Bringing Democracy to Iraq

BAGHDAD, Iraq, Aug. 15 - A conference of more than 1,100 Iraqis chosen to take the country a crucial step further toward constitutional democracy convened in Baghdad on Sunday under siege-like conditions, only to be thrown into disorder by delegates staging angry protests against the American-led military operation in the Shiite holy city of Najaf.

After an opening speech by Iraq’s interim prime minister, Ayad Allawi, delegates leapt out of their seats demanding the conference be suspended. One Shiite delegate stormed the stage before being forced back, shouting, “We demand that military operations in Najaf stop immediately!”

Shortly afterward, two mortar shells fired at the area where the meeting was being held landed in a bus and truck terminal nearby, killing 2 people and wounding at least 17.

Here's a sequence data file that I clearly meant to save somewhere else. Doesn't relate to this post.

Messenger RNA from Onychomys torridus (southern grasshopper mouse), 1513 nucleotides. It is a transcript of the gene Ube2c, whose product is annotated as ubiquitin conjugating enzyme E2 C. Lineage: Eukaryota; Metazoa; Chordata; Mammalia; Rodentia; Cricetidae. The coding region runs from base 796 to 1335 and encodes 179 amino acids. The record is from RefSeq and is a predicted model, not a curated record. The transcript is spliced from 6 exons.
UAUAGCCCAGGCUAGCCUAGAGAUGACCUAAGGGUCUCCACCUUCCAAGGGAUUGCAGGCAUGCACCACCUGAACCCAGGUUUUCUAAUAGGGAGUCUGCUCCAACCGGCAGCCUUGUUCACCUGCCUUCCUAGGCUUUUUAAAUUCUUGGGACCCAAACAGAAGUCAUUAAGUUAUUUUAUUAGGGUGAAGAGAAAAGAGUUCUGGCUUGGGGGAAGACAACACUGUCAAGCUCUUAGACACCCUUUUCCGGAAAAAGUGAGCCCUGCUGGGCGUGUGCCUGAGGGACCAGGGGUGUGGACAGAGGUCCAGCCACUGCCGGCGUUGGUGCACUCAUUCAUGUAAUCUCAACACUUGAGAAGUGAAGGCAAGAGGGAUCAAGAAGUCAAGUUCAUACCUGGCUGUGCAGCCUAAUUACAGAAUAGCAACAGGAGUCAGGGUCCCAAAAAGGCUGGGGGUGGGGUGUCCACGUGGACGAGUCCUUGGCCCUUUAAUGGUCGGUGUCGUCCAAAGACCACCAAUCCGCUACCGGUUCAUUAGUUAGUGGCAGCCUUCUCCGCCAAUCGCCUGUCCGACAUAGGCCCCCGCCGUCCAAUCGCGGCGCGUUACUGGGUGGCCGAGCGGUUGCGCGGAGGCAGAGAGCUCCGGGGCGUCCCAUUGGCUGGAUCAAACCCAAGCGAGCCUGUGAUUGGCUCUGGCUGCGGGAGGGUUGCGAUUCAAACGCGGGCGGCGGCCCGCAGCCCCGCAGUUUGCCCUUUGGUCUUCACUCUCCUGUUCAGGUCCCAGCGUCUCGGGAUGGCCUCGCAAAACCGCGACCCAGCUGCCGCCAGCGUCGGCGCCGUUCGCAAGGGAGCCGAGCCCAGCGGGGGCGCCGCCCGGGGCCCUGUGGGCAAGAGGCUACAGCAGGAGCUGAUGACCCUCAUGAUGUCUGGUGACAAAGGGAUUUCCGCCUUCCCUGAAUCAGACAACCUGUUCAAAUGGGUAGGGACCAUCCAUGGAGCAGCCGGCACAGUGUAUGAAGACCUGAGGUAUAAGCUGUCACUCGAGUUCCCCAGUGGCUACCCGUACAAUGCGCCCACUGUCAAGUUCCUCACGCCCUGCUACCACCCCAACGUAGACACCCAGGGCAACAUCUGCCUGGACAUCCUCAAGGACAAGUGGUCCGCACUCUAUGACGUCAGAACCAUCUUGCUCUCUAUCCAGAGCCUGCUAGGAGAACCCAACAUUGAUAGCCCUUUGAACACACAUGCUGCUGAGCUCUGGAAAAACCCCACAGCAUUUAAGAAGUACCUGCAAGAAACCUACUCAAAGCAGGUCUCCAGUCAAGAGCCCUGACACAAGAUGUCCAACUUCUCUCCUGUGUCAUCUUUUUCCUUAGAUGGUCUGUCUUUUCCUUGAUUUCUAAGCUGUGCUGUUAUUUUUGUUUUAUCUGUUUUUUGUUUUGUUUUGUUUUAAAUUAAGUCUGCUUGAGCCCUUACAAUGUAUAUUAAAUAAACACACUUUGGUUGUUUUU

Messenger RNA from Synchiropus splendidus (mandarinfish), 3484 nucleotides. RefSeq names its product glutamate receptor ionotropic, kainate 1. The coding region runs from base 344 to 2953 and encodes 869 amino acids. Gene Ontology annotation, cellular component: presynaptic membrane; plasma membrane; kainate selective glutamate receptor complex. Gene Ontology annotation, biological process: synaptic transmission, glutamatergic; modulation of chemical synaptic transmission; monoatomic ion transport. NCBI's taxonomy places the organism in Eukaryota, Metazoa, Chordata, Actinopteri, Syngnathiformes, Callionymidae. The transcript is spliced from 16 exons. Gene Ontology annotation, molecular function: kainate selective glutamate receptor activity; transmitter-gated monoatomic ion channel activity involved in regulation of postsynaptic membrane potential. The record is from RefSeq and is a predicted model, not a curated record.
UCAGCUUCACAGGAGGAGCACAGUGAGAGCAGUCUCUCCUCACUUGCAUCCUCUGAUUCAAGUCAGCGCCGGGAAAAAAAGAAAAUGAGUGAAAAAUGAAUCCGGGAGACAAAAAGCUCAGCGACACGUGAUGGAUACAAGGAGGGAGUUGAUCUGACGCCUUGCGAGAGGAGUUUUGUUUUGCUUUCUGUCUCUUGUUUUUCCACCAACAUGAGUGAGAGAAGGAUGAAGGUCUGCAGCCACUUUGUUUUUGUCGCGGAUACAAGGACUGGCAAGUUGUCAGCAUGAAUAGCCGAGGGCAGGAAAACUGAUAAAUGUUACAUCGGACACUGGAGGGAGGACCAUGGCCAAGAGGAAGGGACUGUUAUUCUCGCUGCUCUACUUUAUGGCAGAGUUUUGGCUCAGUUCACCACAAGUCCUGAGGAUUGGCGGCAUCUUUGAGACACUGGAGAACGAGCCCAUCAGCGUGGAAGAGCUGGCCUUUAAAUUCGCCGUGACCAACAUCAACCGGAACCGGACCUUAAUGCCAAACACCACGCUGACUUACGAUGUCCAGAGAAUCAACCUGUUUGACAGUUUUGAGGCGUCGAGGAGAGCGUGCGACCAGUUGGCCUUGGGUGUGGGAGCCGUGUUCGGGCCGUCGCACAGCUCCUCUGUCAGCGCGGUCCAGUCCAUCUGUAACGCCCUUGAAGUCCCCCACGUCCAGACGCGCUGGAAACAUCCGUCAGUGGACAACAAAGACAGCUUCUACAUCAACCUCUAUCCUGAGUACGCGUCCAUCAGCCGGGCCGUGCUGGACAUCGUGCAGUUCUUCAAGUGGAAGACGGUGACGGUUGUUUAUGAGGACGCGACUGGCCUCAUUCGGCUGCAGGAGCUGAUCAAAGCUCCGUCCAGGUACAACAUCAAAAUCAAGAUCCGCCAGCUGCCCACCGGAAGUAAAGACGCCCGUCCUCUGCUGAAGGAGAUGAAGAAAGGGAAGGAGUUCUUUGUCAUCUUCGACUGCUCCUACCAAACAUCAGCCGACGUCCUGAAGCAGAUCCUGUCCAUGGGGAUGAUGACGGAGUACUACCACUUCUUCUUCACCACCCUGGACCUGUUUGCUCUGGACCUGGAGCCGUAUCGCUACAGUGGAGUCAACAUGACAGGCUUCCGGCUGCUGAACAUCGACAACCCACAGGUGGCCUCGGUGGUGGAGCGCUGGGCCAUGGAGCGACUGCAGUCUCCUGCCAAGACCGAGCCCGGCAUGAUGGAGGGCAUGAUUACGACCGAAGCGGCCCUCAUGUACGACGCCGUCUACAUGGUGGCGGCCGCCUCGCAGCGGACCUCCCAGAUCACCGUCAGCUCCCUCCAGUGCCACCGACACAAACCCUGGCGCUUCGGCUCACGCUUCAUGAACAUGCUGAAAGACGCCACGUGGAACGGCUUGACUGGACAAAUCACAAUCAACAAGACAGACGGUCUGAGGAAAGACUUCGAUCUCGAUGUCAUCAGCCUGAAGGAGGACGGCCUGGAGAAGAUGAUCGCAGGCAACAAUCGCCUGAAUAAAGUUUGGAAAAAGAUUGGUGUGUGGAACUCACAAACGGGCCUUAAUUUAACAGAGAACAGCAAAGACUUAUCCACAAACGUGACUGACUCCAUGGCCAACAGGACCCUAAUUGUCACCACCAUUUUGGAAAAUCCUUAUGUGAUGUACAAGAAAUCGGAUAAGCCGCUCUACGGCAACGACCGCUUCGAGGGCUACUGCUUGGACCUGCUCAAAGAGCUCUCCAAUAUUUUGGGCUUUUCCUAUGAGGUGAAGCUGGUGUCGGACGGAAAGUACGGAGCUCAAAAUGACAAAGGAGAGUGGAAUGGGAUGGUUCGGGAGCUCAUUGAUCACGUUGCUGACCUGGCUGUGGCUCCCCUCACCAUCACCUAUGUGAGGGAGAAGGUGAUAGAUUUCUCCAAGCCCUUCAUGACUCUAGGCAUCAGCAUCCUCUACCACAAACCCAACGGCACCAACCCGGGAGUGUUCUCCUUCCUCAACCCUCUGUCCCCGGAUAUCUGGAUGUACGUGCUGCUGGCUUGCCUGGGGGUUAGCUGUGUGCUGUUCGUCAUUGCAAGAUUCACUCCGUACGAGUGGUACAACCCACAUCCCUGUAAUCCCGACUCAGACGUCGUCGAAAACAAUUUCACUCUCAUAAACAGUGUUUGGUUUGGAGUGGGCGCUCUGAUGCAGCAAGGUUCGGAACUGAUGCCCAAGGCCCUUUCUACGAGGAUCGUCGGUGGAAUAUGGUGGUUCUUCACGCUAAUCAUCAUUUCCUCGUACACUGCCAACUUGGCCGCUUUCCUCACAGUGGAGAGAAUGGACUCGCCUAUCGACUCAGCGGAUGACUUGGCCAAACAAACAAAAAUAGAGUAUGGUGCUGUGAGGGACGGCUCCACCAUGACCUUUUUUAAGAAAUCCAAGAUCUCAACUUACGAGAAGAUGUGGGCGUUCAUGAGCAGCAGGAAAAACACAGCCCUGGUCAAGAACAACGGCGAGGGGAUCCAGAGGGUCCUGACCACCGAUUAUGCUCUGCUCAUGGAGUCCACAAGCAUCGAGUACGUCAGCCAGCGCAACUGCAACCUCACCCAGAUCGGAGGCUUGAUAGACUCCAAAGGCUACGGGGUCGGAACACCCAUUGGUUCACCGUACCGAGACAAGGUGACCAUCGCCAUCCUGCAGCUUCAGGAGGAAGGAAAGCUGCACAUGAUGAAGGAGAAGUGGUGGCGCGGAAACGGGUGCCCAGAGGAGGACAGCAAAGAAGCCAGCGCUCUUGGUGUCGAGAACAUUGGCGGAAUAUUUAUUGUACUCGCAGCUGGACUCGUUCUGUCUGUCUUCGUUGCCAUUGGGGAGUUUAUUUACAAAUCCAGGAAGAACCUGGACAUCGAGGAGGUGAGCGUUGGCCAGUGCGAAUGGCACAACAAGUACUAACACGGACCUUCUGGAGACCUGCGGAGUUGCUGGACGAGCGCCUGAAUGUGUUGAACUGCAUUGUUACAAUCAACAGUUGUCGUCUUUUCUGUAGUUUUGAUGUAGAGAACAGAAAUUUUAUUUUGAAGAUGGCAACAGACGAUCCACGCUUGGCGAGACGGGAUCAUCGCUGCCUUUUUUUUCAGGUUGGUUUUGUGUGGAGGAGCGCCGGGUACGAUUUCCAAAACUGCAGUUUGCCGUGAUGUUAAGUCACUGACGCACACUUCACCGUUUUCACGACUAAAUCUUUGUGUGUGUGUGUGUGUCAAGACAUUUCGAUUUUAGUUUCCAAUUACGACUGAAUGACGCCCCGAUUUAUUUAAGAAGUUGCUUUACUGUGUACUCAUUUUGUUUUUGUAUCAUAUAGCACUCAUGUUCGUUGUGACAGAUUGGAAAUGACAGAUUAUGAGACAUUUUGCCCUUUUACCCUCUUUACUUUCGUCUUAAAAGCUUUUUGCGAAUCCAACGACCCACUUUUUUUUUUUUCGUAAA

The three-day conference, called to elect a 100-member commission that is to organize elections in January and hold veto powers over decrees passed by the Allawi government, was not halted. But reporters who had been told to wear flak jackets and helmets when entering the convention center complex past American tanks were frantically waved back from the center’s plate glass windows as the mortar shells exploded, shaking the complex and rattling the windows.

In many ways, the scene seemed like a metaphor for America’s problems in Iraq, with the rebel attacks that have spread to virtually every Sunni and Shiite town across this country of 25 million threatening to overwhelm plans for three rounds of national elections next year, ending with a fully elected government in January 2006.

No WMD. No Al Qaida ties. Not so much with the human rights (Abu Garibe and the reported abuses of Allawi’s regime). But we’re gonna bring them the infectious hope of democracy that will spread around the region like a beacon of light.

At least until Rove figures out our new reason for being in Iraq when this one falls apart too.

Doesn’t sound so bad to me, shortly after the interruption they decided to create a commision to look into the Najaf problem, and are now looking to send a delegation there to try and negotiate a settlement.

Things would go so much faster if we’d just give those damn workers the shoes they’re asking for.